If you have an ACS member number, please enter it here so we can link this account to your membership. (optional)

ACS values your privacy. By submitting your information, you are gaining access to C&EN and subscribing to our weekly newsletter. We use the information you provide to make your reading experience better, and we will never sell your data to third party members.



Obituary: Nobel Laureate Yves Chauvin Dies At 84

by Bethany Halford
January 29, 2015

Credit: CHESNOT/SIPA/Newscom
Chauvin at his home in Tours, France, on Oct. 5, 2005.
French scientist Yves Chauvin, winner of the 2005 Nobel Prize in Chemistry at his home in Tours, France on October 5, 2005.
Credit: CHESNOT/SIPA/Newscom
Chauvin at his home in Tours, France, on Oct. 5, 2005.

Yves Chauvin, a pioneer in organometallics who shared the 2005 Nobel Prize in Chemistry, passed away this week at the age of 84.

Chauvin is best known for his work on the mechanism of olefin metathesis—a reaction in which two carbon-carbon double bonds swap bonding partners to form two new carbon-carbon double bonds.

Although the reaction had been known since the 1950s, it wasn’t until 1971 that a convincing mechanism was proposed.

That’s when Chauvin and Jean-Louis Hérisson, working at the French Petroleum Institute, suggested that a metal carbene initiates the reaction. The carbene reacts with an olefin to form a new olefin and a new metal carbene, thereby propagating the reaction, they hypothesized (Makromol. Chem. 1971, DOI: 10.1002/macp.1971.021410112).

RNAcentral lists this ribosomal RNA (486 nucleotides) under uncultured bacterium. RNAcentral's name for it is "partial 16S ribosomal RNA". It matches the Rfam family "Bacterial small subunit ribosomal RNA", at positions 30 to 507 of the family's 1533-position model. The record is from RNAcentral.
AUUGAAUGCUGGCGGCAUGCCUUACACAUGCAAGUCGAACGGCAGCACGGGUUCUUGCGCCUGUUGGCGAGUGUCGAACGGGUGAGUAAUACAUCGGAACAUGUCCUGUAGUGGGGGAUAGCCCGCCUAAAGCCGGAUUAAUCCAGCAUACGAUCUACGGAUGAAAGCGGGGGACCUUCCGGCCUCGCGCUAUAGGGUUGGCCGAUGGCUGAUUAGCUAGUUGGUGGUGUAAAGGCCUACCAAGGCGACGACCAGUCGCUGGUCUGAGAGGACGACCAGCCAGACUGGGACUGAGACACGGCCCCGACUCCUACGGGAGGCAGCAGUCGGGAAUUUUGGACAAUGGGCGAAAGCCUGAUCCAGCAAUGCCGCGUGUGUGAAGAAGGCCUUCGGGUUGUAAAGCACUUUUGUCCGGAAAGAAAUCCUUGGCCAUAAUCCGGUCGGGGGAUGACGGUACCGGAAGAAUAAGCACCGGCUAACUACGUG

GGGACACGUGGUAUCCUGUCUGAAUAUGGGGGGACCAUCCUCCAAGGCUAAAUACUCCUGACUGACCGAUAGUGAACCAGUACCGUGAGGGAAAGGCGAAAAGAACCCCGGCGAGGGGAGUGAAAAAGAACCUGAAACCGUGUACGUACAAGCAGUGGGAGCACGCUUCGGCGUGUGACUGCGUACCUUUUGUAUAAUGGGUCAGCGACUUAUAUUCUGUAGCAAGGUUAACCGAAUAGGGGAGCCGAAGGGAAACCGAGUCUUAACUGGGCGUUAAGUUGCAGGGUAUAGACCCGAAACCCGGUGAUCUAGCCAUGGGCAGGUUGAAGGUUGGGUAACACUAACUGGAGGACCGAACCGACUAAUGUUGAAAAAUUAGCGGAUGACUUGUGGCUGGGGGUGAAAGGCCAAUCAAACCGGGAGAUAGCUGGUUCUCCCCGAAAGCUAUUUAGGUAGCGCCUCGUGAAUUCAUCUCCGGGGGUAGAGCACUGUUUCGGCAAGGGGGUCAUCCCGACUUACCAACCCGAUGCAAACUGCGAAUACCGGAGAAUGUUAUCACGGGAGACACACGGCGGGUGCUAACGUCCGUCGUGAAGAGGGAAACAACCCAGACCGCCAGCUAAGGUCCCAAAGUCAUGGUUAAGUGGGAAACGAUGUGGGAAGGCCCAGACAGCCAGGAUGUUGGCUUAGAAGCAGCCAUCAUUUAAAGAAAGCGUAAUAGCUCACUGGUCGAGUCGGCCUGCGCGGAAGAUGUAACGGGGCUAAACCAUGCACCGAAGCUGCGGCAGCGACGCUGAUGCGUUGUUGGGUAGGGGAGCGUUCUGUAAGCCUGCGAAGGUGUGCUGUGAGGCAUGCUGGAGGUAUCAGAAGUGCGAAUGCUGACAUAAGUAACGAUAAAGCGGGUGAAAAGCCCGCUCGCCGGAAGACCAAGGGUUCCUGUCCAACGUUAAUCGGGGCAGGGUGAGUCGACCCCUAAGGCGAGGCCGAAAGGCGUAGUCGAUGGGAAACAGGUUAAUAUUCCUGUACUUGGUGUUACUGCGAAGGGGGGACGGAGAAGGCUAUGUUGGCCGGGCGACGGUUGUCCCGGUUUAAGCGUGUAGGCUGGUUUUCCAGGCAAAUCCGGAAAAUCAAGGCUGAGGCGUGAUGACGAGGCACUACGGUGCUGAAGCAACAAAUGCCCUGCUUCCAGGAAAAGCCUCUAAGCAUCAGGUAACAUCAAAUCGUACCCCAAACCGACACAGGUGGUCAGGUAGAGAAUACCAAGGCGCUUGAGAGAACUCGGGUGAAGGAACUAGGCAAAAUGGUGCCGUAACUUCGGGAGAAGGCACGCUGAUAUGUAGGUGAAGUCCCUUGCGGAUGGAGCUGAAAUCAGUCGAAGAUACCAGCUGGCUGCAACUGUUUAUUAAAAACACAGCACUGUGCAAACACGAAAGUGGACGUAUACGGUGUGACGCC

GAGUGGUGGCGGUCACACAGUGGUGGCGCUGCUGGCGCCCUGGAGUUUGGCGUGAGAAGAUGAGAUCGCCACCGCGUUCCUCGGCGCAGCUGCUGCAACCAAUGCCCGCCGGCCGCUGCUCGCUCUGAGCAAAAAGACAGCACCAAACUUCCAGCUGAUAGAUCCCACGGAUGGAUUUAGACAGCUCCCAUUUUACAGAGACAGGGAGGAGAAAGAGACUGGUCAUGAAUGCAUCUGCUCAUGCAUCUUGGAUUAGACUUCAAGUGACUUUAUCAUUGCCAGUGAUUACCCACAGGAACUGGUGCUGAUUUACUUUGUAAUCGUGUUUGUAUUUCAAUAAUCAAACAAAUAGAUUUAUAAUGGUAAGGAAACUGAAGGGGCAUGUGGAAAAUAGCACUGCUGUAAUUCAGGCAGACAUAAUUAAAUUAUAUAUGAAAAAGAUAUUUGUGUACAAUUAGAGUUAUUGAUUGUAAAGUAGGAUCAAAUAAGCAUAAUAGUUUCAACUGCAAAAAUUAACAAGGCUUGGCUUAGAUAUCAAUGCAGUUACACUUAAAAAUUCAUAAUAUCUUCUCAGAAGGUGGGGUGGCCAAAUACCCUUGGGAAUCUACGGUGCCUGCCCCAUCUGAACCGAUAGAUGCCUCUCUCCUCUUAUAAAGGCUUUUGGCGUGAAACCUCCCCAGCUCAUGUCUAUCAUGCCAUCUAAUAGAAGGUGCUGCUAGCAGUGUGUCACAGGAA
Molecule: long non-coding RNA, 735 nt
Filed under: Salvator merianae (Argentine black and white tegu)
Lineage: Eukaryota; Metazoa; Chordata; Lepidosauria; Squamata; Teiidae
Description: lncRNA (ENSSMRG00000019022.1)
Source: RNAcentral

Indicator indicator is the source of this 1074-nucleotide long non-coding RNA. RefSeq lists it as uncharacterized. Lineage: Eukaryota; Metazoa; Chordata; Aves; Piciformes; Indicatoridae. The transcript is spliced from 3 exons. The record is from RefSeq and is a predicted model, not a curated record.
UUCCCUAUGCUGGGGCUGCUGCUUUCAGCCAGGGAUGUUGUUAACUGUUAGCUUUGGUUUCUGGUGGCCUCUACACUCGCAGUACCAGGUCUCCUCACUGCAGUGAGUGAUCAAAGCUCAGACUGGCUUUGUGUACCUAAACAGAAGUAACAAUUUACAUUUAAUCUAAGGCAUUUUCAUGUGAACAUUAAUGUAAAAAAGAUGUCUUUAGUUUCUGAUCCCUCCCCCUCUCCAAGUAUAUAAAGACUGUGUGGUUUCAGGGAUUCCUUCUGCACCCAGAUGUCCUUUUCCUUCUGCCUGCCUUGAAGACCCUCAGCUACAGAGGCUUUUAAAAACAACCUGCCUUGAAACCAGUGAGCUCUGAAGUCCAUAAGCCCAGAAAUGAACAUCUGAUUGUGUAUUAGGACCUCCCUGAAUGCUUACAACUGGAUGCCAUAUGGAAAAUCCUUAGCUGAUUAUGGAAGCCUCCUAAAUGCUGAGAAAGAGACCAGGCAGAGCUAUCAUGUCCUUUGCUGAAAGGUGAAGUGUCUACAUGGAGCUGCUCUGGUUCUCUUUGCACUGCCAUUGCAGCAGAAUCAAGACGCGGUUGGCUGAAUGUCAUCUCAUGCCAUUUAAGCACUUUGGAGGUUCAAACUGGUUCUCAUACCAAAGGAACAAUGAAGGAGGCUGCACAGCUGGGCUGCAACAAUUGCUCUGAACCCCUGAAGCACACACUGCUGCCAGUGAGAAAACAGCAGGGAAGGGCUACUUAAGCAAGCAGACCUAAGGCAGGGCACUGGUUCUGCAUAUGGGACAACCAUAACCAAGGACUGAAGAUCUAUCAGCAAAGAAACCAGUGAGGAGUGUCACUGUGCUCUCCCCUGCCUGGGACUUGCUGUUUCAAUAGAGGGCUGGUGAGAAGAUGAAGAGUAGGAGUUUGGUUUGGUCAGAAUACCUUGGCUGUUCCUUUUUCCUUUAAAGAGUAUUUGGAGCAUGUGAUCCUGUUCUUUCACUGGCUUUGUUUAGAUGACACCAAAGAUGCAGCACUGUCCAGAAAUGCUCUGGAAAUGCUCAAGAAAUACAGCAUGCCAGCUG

The proposition led other chemists to refine the mechanism and make the reaction more practical. Robert H. Grubbs and Richard R. Schrock, who shared the Nobel Prize with Chauvin, led efforts to develop the catalysts that make olefin metathesis a reaction that is widely used to prepare complex molecules and polymers.

Chauvin was born in Menin, Belgium, near the French border. His parents were French, originating from long-established families in the small village of Beaumont-la-Ronce. “I used to spend my holidays there in my grandparents’ large family house, with my numerous cousins,” Chauvin recalled in his Nobel Prize biography. “When I die, I am going to be buried in the village cemetery.”

Chauvin confessed to not being much of a student, even in the subject of chemistry. “I chose chemistry rather by chance, because I firmly believed that you can become passionately involved in your work whatever it is,” he said. Although he would eventually become research director at the French Petroleum Institute, Chauvin never undertook studies for a doctoral degree—a fact he regretted.

“Like all sciences, chemistry is marked by magic moments,” Chauvin noted in his Nobel Prize lecture. “For someone fortunate enough to live such a moment, it is an instant of intense emotion: an immense field of investigation suddenly opens up before you.”



This article has been sent to the following recipient:

Chemistry matters. Join us to get the news you need.